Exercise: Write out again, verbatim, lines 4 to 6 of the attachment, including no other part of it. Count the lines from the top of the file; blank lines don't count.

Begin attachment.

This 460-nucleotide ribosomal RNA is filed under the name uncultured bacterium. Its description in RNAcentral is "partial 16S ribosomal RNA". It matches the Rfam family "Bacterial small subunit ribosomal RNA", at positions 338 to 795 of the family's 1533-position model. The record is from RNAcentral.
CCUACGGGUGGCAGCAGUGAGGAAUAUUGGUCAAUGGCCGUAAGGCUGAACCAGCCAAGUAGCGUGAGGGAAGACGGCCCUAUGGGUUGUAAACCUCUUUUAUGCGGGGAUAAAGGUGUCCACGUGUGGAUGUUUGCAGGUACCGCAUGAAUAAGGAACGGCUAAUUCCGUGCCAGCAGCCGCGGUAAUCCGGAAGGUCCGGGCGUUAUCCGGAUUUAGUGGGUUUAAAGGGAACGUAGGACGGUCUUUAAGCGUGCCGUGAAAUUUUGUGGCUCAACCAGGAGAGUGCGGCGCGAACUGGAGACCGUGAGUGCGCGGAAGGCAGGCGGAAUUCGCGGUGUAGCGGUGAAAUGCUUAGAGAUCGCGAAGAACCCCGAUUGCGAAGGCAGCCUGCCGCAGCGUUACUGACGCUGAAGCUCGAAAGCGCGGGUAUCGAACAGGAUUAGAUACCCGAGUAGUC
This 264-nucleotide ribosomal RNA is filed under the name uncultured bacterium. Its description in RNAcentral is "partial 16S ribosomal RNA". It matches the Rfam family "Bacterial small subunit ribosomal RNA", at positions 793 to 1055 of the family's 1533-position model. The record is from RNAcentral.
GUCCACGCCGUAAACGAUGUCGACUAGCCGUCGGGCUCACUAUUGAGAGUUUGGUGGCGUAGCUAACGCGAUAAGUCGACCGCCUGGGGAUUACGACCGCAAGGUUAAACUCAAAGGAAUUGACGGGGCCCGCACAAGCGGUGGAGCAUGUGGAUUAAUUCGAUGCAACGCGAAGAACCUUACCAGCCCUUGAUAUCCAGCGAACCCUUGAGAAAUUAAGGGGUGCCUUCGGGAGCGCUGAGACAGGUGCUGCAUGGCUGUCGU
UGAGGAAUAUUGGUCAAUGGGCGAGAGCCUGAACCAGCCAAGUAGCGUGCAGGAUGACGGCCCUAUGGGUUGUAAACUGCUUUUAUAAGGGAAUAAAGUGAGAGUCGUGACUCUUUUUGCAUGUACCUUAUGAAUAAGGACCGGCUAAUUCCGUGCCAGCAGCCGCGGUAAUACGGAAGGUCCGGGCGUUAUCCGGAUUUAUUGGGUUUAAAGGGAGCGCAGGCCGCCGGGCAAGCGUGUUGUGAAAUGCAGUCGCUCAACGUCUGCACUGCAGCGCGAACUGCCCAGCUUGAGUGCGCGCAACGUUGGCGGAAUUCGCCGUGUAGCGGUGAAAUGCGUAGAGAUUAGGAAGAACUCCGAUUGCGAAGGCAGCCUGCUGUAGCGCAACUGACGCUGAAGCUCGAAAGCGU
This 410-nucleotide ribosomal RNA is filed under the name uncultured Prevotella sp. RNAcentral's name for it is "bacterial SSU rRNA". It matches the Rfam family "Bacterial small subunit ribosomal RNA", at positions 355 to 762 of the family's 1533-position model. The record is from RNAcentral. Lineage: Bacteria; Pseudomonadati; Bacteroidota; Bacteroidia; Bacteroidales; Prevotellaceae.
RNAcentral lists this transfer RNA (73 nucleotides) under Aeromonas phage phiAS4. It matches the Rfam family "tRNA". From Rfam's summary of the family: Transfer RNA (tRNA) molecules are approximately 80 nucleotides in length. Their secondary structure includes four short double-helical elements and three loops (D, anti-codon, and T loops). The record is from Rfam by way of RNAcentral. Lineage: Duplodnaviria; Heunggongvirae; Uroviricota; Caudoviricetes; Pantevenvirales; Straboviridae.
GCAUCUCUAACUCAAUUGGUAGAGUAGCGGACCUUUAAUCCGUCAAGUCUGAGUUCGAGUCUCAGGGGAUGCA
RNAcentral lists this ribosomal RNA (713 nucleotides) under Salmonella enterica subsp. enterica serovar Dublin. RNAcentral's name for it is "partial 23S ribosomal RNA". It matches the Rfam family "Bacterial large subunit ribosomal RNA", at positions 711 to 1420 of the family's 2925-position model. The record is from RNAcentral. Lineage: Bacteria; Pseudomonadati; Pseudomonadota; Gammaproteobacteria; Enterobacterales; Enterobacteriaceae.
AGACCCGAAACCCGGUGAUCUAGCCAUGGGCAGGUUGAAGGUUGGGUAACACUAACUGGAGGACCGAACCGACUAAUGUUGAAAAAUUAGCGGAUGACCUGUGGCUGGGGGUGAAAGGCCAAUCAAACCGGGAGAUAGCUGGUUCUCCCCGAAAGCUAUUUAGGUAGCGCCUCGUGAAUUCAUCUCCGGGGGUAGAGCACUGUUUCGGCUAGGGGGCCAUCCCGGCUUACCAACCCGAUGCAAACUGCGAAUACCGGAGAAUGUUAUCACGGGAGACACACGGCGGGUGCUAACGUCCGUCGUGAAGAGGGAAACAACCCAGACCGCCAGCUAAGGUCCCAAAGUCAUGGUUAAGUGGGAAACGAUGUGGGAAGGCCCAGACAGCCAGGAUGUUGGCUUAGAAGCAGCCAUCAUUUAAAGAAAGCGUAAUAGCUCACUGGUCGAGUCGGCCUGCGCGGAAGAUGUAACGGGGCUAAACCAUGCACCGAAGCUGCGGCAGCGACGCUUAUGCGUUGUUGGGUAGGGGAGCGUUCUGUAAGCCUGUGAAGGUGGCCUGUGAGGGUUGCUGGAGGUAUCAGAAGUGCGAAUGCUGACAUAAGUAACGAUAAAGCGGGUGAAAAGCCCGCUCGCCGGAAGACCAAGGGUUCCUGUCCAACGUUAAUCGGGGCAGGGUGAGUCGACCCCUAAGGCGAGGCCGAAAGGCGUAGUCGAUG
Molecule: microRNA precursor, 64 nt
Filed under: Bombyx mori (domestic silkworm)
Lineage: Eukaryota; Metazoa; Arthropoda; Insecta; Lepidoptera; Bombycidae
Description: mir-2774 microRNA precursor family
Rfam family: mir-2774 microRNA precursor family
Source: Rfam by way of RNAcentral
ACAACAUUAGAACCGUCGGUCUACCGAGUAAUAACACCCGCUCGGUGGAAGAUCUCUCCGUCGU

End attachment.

GUCCACGCCGUAAACGAUGUCGACUAGCCGUCGGGCUCACUAUUGAGAGUUUGGUGGCGUAGCUAACGCGAUAAGUCGACCGCCUGGGGAUUACGACCGCAAGGUUAAACUCAAAGGAAUUGACGGGGCCCGCACAAGCGGUGGAGCAUGUGGAUUAAUUCGAUGCAACGCGAAGAACCUUACCAGCCCUUGAUAUCCAGCGAACCCUUGAGAAAUUAAGGGGUGCCUUCGGGAGCGCUGAGACAGGUGCUGCAUGGCUGUCGU
UGAGGAAUAUUGGUCAAUGGGCGAGAGCCUGAACCAGCCAAGUAGCGUGCAGGAUGACGGCCCUAUGGGUUGUAAACUGCUUUUAUAAGGGAAUAAAGUGAGAGUCGUGACUCUUUUUGCAUGUACCUUAUGAAUAAGGACCGGCUAAUUCCGUGCCAGCAGCCGCGGUAAUACGGAAGGUCCGGGCGUUAUCCGGAUUUAUUGGGUUUAAAGGGAGCGCAGGCCGCCGGGCAAGCGUGUUGUGAAAUGCAGUCGCUCAACGUCUGCACUGCAGCGCGAACUGCCCAGCUUGAGUGCGCGCAACGUUGGCGGAAUUCGCCGUGUAGCGGUGAAAUGCGUAGAGAUUAGGAAGAACUCCGAUUGCGAAGGCAGCCUGCUGUAGCGCAACUGACGCUGAAGCUCGAAAGCGU
This 410-nucleotide ribosomal RNA is filed under the name uncultured Prevotella sp. RNAcentral's name for it is "bacterial SSU rRNA". It matches the Rfam family "Bacterial small subunit ribosomal RNA", at positions 355 to 762 of the family's 1533-position model. The record is from RNAcentral. Lineage: Bacteria; Pseudomonadati; Bacteroidota; Bacteroidia; Bacteroidales; Prevotellaceae.